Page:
Redshift is indeed a solid product but all these comparisons against Hive are surprising, as that's not the right tool in the first place. Infobright, greenplum, aster, vertica, etc are the products which Redshift seeks to disrupt.
When I started learning about BI (Business Intelligence), a few members of the Pentaho community advised me to read this book. I'm glad I did. Kimball is one of the "fathers" of data warehousing, and his book had a lot of great insights for dimensional modeling. It helped me avoid many design mistakes while building my DWH, and gave me insight I might have taken years to discover.
It's a "theoretical" book, in the sense that it does not focus on any specific technology; it's also a "practical book", because he uses real-world scenarios (inventory management, e-commerce, CRM...) to demonstrate the various dimensional modeling techniques. I also liked the part about BI project management and encouraging BI in a company (= how to engage users and how to "sell" a BI project to management).
He also has a newsletter with many DWH design tips (archives here: http://www.kimballgroup.com/html/07dt.html ).
I don't want my clients to be dependent on me (or someone else) to build complicated SQL queries when they have questions, so I focus on getting an easy to maintain facts/dimensions model (as advocated by
Ralph Kimball http://www.amazon.com/Data-Warehouse-Toolkit-Complete-Dimens...) which can evolve if needed.
The nice point about MongoDB when doing this is that it makes it a lot easier to add attributes to dimensions, or load the data, or evolve the reporting system in general (and I like that).
You can apply the same principles to build dimensions/facts based data structure and answer questions that SQL alone wouldn't be able to answer easily.
Example of such question: how many calls did we receive during french legal week #9 that were handled by team X outside the normal working hours or while we were in vacations ? In those calls, how many were issued by a woman (as it has a financial impact in this case) ?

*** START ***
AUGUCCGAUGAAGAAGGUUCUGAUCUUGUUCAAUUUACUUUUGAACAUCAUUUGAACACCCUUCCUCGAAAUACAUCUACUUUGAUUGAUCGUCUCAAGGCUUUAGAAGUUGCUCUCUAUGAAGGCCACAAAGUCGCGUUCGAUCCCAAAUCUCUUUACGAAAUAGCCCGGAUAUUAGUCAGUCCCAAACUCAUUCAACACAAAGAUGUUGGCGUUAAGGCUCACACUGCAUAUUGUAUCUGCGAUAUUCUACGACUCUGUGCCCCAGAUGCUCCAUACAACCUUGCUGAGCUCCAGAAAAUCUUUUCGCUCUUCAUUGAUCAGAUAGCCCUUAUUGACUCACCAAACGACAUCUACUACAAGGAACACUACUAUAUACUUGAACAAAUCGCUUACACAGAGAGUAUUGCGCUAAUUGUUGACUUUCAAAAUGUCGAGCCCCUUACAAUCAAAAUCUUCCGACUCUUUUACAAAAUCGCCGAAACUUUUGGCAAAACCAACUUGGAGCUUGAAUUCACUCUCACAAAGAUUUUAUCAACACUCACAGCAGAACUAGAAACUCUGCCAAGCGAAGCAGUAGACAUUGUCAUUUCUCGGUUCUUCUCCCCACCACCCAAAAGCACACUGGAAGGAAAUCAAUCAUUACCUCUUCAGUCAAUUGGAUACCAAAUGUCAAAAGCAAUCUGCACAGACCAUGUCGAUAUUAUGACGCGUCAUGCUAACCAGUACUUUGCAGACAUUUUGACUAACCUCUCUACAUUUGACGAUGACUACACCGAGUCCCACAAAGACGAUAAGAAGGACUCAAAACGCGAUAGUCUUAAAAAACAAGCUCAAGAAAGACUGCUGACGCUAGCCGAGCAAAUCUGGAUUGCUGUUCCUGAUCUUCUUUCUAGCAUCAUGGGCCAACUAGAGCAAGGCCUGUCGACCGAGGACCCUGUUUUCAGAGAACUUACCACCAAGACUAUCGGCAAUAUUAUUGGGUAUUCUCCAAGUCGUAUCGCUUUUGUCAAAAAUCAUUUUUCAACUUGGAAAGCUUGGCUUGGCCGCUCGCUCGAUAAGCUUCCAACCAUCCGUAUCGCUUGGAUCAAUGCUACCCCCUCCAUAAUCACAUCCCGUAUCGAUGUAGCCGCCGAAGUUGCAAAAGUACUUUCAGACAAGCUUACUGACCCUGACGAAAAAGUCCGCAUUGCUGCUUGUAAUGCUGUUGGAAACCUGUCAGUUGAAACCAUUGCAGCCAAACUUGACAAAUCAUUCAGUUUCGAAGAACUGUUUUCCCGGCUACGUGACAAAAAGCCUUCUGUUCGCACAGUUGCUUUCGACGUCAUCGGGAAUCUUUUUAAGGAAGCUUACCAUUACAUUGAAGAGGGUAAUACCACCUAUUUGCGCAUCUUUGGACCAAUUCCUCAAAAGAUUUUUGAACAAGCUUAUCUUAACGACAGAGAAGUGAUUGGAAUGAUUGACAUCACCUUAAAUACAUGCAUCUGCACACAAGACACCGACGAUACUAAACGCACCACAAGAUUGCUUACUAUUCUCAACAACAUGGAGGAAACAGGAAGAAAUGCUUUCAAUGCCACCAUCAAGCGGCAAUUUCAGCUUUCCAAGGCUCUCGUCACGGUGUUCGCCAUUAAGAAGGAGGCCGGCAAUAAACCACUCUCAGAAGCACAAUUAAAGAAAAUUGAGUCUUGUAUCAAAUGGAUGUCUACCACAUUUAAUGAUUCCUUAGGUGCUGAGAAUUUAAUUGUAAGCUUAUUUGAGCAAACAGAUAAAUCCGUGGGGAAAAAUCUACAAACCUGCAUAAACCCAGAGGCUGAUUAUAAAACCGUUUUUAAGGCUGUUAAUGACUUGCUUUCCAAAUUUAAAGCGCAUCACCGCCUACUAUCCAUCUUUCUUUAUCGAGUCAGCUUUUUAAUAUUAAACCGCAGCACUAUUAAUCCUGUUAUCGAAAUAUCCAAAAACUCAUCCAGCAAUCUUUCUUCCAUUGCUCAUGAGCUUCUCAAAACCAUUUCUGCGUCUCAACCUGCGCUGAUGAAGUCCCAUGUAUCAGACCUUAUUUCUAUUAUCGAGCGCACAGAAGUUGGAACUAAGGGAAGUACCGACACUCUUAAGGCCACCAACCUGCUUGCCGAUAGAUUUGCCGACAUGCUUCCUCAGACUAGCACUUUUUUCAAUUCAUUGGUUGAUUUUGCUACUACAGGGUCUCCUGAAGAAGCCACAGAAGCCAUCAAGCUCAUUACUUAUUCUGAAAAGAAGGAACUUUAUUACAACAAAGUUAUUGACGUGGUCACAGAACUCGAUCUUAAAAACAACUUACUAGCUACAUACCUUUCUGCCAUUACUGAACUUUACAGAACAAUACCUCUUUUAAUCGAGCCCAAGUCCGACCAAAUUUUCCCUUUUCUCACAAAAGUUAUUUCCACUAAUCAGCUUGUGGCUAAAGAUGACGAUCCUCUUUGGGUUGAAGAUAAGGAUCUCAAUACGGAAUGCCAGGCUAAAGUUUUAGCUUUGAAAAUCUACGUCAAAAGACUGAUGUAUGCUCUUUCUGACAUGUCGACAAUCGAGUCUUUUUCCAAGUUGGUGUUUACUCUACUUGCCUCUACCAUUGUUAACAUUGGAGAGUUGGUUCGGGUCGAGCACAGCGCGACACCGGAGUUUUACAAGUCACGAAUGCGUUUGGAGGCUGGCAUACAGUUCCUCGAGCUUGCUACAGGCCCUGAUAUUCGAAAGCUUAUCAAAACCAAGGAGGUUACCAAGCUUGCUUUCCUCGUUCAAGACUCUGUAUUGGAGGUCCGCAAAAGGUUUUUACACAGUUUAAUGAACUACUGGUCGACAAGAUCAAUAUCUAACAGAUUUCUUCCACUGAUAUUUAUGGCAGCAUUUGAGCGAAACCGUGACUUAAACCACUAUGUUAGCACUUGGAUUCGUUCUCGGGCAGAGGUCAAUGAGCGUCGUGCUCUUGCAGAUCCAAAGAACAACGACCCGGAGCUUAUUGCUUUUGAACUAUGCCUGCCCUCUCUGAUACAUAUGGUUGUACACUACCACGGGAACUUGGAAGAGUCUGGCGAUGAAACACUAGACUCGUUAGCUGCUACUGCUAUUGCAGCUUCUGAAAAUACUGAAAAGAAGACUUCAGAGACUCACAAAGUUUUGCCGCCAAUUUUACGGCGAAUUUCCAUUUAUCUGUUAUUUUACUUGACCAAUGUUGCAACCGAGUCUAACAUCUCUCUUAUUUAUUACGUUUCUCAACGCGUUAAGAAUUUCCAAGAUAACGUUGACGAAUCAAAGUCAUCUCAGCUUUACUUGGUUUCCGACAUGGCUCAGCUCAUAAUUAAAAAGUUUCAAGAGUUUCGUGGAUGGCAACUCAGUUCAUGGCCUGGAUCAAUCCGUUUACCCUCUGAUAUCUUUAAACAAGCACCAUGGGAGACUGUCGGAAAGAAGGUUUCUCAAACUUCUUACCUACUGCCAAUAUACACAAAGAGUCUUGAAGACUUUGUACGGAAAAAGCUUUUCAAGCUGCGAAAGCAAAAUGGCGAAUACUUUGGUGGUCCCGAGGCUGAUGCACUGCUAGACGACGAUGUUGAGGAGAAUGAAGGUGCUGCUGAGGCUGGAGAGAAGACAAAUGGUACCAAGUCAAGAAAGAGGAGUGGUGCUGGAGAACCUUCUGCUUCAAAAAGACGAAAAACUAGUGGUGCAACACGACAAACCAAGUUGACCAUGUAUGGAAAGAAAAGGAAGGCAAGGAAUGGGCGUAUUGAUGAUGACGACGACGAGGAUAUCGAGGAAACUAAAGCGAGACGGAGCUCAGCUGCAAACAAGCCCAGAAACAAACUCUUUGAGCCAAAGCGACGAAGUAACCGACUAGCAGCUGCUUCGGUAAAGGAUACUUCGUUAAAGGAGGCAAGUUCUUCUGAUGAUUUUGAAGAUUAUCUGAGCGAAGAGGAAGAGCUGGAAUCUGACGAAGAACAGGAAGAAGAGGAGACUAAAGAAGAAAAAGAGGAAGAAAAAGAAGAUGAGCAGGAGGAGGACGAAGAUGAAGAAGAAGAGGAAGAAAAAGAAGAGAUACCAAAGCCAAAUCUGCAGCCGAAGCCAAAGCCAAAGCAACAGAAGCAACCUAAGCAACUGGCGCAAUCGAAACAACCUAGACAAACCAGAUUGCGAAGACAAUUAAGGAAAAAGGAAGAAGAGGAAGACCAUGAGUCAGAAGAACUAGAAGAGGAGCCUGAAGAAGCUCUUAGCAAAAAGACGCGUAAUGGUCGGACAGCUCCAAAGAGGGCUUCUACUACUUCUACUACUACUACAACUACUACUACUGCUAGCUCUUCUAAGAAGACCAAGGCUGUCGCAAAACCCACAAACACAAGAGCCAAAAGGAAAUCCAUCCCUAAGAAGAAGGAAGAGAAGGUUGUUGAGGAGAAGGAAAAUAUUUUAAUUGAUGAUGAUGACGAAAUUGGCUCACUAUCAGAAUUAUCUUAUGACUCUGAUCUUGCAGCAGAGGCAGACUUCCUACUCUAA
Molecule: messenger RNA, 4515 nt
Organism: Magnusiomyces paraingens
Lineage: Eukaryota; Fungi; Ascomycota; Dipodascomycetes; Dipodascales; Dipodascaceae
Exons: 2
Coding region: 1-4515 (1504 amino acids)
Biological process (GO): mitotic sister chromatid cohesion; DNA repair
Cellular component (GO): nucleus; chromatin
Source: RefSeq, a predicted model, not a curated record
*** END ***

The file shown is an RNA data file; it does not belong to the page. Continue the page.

Back in 2004, we were decided to denormalize a set of records containing year, quarter, and 15 or so data points going back to 1996. Using this cross-tab method, we started out with 8 (years) * 4 (quarters/year) * 15 (data points) = 480 columns (a few more for non-denormalized data). 5 years later, we're up to the high 700s. Needless to say, this pretty much blows out your standard MySQL admin tools.
Another pitfall is, you really have to make sure you data is pristine (of course you should be doing that anyway, but reality is usually far from ideal, especially if you're me in 2004), otherwise you end up with doubling of values or values included when they shouldn't be. The generated queries are very very difficult to debug, again blowing out many admin tools and also text editors (unless you add pretty formatting in your query generator).
So what would I recommend instead? There are multi-dimensional databases or ETL tools that will properly put your transactional data in an analytical style data warehouse. Read Kimball's Data Warehouse Toolkit  (ignore the kinda ratty paper quality—the content is good). The key thing is to denormalize down to a star schema, but keep your facts and dimensions separate (things you'll learn in DWT).
There's an Java based OLAP server called Mondrian  that also may be worth your time. I ended up going with ActiveWarehouse and ActiveWarehouse-ETL , but I've felt some things a little more complicated than they needed to be (but that's another discussion—and I haven't kept up with their development lately, so it may have improved).
On a side note, recently I've started wondering if map-reduce style tools would make sense in this context, but I haven't explored using them that way yet, so I can't actually make a recommendation there.
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